Admiral Farragut had secured the entrance to Mobile Bay early in the war but the city at the head of the bay remained in Confederate hands. In early February, 1865, Elisha and others able for duty left New Orleans on the George Peabody and, on the 7th, went ashore near Fort Gaines on Dauphin Island. They were still there on March 12th (Elisha’s eighteenth birthday), but on the 17th started a movement that would take them north along the east side of the bay. Strawberry Point’s William Grannis would later recall the difficult march that was "through swamps much of the way and that the men were detailed to make corduroy causeways, that the swamps were of such a nature that horses and mules could not be used so that the men had to cut and drag in place the timbers for causeways, that heavy rains fell, especially on the night of the 20th of March that the work was arduous and hard on the men; work all day in the mud and wet and then lie down at night in their wet clothes." On April 12th, they occupied Mobile. On the 13th they camped at Spring Hill and on the 14th President Lincoln was shot.

By now the war was nearing an end, but the regiment was sent back to New Orleans and, from there, up the Red River where Lieutenant Colonel Van Anda was directed to “do all in your power to restore confidence and promote good feeling. You will have no system of passes for the people, and will interfere in no way with trade and transportation of products.” Duty was light, but the hot sultry weather of mid-June made all work difficult and Elisha’s medical problems were aggravated by diarrhea that made his poor health even worse.

With the original three-year enlistments nearing an end, the regiment was sent to Baton Rouge where officers completed muster and descriptive rolls for all who had served in the regiment. Men like Elisha who had enlisted as recruits were transferred on July12th to a consolidated 34th/38th Iowa infantry and sent to Texas to complete their three year terms. Almost immediately, however, it was recognized that their service was no longer needed and, on August 15, 1865, at Houston, Texas, Elisha was mustered out. Most were transported back to New Orleans and up the Mississippi, but family lore indicates that Elisha, in poor health, returned more than 1,000 miles to his home in Delhi by ox cart.

On March 22, 1874, twenty-seven-year-old Elisha and twenty-one-year-old Sarah Daker were married by a pastor of the M. E. Church in Delhi. On December 7th of that year, Sarah gave birth to a son, John Martin Root. Sarah was the daughter of John and Mary Daker who had been born in England and were living in Clear Lake and that’s where Elisha and Sarah moved, where a son, Benjamin W. Root, was born on December 4, 1878, and Elisha died on February 21, 1879. Elisha is buried in Clear Lake Cemetery as are Sarah’s parents.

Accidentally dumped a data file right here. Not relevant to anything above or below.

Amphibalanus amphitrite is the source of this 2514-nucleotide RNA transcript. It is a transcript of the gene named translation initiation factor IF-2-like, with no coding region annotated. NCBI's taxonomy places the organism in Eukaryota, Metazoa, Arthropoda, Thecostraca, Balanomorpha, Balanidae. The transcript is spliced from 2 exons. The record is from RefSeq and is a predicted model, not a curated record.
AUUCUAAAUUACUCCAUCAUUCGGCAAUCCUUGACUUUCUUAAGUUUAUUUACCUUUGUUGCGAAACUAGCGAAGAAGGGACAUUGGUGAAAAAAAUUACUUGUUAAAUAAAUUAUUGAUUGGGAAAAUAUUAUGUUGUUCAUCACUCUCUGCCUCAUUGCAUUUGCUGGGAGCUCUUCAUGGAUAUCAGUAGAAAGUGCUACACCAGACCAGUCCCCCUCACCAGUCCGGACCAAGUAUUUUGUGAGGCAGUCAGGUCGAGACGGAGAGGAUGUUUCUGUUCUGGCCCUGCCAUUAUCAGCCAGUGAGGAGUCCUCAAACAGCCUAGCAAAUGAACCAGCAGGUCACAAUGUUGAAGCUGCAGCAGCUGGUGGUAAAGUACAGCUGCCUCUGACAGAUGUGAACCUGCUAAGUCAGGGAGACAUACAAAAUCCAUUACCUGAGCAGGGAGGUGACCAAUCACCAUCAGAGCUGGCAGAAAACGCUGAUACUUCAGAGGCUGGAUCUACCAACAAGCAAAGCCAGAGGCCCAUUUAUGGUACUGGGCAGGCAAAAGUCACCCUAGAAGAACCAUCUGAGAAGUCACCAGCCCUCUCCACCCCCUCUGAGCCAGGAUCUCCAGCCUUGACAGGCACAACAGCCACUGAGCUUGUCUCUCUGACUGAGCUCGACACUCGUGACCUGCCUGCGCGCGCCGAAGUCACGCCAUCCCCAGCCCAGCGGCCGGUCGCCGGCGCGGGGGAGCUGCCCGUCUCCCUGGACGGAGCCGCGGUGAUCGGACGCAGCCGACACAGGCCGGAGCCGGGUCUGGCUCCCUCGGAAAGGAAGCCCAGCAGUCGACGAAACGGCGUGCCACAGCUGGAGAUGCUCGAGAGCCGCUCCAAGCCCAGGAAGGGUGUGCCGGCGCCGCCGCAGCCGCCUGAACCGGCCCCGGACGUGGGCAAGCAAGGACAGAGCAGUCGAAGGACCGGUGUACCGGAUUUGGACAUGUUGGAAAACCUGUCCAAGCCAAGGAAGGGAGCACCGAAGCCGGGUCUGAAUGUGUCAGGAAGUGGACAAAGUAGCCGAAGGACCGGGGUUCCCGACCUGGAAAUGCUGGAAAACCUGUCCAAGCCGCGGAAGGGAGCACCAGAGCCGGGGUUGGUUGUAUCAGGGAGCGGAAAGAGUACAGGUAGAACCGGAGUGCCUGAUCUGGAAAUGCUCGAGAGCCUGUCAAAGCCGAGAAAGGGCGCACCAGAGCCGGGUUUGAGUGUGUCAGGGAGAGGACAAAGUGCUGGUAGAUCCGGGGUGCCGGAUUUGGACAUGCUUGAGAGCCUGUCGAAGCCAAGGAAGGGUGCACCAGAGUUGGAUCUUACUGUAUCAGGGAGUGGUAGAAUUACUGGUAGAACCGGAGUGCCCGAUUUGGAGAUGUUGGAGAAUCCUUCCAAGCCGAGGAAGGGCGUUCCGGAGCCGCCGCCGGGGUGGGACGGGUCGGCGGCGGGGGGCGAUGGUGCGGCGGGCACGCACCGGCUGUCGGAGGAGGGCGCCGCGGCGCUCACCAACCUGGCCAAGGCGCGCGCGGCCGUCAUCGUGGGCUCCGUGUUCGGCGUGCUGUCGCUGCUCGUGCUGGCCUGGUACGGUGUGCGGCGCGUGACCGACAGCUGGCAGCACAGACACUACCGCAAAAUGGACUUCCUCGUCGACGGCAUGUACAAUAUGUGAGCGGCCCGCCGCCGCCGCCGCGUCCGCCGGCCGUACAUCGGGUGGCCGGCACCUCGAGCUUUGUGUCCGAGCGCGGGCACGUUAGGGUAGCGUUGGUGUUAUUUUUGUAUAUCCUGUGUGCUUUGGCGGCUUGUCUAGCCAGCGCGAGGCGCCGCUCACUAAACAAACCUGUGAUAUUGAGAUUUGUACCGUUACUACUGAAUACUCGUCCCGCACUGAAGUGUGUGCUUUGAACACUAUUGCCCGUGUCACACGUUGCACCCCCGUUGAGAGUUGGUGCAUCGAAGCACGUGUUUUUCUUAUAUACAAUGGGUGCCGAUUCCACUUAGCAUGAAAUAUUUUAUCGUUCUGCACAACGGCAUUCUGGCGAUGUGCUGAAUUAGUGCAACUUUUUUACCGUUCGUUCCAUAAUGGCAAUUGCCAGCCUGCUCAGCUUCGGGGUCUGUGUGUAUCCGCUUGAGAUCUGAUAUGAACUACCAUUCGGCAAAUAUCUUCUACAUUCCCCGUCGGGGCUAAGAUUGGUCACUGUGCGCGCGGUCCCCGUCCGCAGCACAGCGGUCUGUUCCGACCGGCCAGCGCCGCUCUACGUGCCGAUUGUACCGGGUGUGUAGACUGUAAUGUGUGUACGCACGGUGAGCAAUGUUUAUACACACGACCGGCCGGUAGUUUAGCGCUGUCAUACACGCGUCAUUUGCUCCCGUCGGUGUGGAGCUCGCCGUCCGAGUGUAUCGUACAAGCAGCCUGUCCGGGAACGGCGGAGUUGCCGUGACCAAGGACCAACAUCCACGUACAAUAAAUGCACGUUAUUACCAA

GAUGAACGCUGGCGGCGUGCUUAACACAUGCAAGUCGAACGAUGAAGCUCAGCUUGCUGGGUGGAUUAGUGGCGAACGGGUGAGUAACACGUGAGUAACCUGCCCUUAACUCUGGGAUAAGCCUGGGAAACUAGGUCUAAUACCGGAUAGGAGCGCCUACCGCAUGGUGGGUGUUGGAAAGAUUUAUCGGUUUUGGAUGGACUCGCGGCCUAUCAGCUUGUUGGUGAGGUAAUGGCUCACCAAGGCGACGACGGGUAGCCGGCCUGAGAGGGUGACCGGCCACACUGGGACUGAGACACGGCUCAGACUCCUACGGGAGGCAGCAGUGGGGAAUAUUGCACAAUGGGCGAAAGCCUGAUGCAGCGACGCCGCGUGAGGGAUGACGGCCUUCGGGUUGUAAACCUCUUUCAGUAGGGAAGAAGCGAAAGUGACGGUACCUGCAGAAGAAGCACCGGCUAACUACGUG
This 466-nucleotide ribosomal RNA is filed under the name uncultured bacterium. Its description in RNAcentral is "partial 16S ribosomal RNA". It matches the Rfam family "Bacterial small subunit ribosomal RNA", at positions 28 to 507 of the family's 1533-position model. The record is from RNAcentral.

On June 12, 1880, Sarah applied for a pension for herself and her boys. She said Elisha had contracted “inflammatory rheumatism from exposure to the wet & cold and suffered with the same disease after his discharge,” a disease that had caused his death at only thirty-one years of age. Her application was supported by Erastus Smith (Delhi; Company K) who said Elisha was “badly run down” after the war and “unable to walk much and was wholly unable to perform manual labor.” John Snell (Delhi; Company I) said he recalled the difficult march from Memphis to try to intercept General Hood and Elisha “got sick and cold and he complained of Rheumatism and could not march and had to be taken into the ambulance.” Elisha was also sick during the Mobile campaign and, when they were on the Red River, Elisha “was sick and not fit for duty with the diarrhoea.” William Thompson (Delhi; Company I) recalled that they were “well soaked” at White’s Station and Elisha “was very lame and could hardly march.” After the war, Elisha “was nearly crippled at times.” A man who had known Elisha as a small boy, recalled the postwar suffering and said, “I helped to handle and move him when he was perfectly helpless.”

Sarah married Richard Cook on March 17, 1884. She died on October 20, 1902, and is buried in Evergreen Cemetery, Delhi, as is her husband. Benjamin Root died on November 7, 1930, and is buried in the same cemetery. John, the other son of Elisha and Sarah, died on December 13, 1954, and is buried in Lakeside Cemetery, Herman, Minnesota.
~ Compiled & submitted by Carl Ingwalson <>